The Language Instinct: How the Mind Creates Language | Study Guide

Steven Pinker

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Course Hero. "The Language Instinct: How the Mind Creates Language Study Guide." Course Hero. 1 May 2020. Web. 21 June 2021. <https://www.coursehero.com/lit/The-Language-Instinct-How-the-Mind-Creates-Language/>.

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Course Hero, "The Language Instinct: How the Mind Creates Language Study Guide," May 1, 2020, accessed June 21, 2021, https://www.coursehero.com/lit/The-Language-Instinct-How-the-Mind-Creates-Language/.

The Language Instinct: How the Mind Creates Language | Chapter 5 : Words, Words, Words | Summary

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Key Takeaways

  • The brain is not merely a storehouse for words. Morphology, a rule-based system for word formation and use, governs word storage and retrieval.
  • Morphology is too complex to be explained by a chain system. A tree-system, similar to the rules of syntax, governs the formation and use of most words.
  • Roots are the smallest part of a word that cannot be further broken down into a meaningful part. Roots combine with affixes to form stems, and they do so in specified ways. However, word formation is not completely formulaic.
  • Research by psycholinguist Peter Gordon suggests a child's brain is hardwired with the logic of word structure. Rules for word-formation seem to exist in the unconscious minds of both children and adults. This observation is an example of language input being unable to explain children's language output. Thus, it lends support to the notion that language is innate.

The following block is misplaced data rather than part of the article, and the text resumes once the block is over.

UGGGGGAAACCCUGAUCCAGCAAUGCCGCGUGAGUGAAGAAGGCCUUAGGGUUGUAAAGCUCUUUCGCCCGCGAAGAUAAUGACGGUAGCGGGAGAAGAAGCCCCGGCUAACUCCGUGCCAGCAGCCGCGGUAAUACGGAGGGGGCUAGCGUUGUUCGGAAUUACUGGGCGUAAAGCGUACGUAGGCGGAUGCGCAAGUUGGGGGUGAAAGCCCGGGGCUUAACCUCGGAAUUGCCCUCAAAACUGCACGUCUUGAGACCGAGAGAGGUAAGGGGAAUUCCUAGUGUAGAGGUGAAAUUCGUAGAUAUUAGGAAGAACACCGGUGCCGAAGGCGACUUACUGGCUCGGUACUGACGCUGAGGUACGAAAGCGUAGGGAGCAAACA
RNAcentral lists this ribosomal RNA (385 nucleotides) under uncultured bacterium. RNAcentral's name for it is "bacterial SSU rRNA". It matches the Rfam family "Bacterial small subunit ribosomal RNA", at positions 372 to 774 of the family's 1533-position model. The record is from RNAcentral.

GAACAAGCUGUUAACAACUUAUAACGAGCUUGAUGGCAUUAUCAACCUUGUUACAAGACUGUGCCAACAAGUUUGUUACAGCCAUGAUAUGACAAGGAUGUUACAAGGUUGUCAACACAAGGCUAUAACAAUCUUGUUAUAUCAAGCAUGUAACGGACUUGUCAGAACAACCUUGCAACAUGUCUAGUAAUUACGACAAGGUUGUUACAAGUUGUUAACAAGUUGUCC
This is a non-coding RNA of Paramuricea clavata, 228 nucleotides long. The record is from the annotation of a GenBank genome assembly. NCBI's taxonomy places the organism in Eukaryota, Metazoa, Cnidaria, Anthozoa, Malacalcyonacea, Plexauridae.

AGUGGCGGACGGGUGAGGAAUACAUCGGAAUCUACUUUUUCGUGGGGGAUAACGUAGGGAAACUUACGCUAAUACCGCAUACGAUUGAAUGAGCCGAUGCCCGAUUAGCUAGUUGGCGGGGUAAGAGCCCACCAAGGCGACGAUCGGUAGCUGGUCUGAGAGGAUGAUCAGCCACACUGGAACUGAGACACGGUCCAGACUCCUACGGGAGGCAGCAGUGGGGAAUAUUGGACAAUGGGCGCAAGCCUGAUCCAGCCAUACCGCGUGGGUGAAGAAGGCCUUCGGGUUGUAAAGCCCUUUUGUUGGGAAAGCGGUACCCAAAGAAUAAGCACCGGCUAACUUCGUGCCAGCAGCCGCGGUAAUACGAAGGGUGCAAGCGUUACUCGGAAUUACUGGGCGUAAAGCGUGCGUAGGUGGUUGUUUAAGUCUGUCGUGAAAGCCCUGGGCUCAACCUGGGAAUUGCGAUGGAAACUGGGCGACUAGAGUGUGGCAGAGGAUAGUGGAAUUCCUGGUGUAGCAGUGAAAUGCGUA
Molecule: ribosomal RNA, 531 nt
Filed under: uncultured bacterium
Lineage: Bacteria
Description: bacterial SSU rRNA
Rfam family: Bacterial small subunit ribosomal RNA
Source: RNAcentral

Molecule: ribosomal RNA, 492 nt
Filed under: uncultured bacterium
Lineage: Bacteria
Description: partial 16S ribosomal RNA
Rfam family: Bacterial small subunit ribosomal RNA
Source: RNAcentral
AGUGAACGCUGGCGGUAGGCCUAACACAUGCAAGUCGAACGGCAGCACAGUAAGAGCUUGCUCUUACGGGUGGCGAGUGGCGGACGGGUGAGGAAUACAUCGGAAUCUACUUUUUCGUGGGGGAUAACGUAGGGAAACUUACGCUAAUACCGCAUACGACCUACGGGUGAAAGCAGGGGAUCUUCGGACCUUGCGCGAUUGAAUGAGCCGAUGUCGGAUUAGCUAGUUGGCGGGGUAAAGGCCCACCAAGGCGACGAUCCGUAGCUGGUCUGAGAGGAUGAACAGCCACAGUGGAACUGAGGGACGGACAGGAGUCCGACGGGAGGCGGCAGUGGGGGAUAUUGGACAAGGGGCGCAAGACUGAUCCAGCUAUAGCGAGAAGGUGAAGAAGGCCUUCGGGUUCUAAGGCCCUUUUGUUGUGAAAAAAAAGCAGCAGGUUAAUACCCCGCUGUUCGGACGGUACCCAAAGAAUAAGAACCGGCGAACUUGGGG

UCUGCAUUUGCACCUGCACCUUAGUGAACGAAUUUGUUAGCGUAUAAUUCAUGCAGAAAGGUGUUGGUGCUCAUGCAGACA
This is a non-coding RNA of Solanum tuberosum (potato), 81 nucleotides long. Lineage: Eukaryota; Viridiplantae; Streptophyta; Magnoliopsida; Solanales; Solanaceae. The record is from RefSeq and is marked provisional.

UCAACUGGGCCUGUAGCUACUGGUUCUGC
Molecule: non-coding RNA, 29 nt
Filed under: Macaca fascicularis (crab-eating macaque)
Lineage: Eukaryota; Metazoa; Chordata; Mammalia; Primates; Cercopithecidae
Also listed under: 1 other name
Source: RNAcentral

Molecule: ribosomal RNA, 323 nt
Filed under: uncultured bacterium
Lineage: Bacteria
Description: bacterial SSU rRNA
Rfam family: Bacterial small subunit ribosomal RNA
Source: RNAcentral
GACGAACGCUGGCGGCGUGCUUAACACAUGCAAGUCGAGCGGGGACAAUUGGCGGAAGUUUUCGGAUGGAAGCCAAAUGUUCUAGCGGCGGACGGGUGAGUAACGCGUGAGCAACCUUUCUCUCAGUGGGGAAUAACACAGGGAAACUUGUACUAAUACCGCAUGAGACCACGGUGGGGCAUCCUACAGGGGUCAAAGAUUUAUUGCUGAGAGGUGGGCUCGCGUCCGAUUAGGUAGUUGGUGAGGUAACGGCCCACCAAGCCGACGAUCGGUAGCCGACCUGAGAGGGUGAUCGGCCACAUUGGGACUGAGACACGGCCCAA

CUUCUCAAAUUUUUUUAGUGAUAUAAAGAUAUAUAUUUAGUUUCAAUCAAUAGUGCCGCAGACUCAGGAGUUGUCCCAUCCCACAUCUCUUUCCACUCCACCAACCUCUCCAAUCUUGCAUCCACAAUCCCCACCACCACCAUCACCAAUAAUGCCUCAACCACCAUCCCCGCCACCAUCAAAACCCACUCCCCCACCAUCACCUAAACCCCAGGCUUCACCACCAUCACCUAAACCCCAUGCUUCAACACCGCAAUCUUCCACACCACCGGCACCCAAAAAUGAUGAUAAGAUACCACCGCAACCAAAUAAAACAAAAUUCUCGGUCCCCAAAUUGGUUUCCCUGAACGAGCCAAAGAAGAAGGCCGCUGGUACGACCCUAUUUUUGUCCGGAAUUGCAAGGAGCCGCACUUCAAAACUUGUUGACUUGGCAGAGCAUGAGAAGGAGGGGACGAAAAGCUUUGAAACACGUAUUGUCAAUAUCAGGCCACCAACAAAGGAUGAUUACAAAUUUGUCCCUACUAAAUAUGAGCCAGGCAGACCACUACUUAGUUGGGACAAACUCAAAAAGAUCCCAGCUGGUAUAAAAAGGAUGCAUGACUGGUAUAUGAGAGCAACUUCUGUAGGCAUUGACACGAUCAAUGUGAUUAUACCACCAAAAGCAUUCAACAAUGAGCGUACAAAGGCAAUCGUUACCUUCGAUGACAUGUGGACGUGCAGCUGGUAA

• Children distinguish between word strings and phrase structures.
  • "Word" refers to one of two things: (1) a linguistic object that "behaves as the indivisible, smallest unit with respect to the rules of syntax;" and (2) a memorized string arbitrarily assigned a meaning, such as an idiom.
  • The size of a person's vocabulary is infinite because of the potential for word-building according to the rules of morphology.
  • The brain seems hardwired to learn words rapidly.
  • Word learning is not mere imitation. It must be understood as a "bidirectional symbol" of meaning—that is, moving or involving two directions, usually opposites.
  • The relationship between a word's sound and its meaning is arbitrary. Even young children know it is arbitrary, as demonstrated by their tendency to confuse "you" and "me" when referring to themselves.
  • Humans "innately ... make only ... probably correct [guesses] about how the world and its occupants work." Babies innately form categories and label them in mentalese, which facilitates word learning in human children, even before they produce speech.
  • More meanings exist than words. Studies suggest that children know this innately.
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